Guerrero came to the U.S. illegally from Mexico in 1991 and has worked and paid taxes, owns his house and has no criminal record. He has four children and four grandchildren. Guerrero applied for a work permit several years ago but filled out a form incorrectly, Menendez said last month.
He also has diabetes and suffered a stroke several years ago, his attorney said.
A U.S. Immigration and Customs Enforcement spokesman said last month that Guerrero was ordered removed from the U.S. in 2009 and must periodically report to ICE as a condition of his release.
Guerrero "puts a face" to what is often treated as "statistics or demons," Cardinal Tobin said.
Guerrero, who has four children and four grandchildren, "puts a face" to what is often treated as "statistics or demons," Tobin said before last month's hearing.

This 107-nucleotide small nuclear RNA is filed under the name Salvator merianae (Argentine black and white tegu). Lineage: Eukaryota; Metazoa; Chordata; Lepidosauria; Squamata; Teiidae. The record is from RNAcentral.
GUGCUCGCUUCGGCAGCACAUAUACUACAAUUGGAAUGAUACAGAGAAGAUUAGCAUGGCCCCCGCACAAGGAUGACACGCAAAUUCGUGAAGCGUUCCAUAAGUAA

"You can see what Catalino looks like, and you've heard how he has lived," Tobin said. "We're now going to ask the officials determining his fate to not only see his face but ours as well."
The U.S. Conference of Catholic Bishops has issued a steady stream of criticisms of Trump's restrictions on refugees and immigrants. Other faith groups, including a network of 37 Protestant and Orthodox denominations that work with the aid group Church World Service, are mobilizing their congregations to fight Trump's policies.
Hundreds of houses of worship around the country have joined the sanctuary movement, which provides support or housing to people facing deportation.
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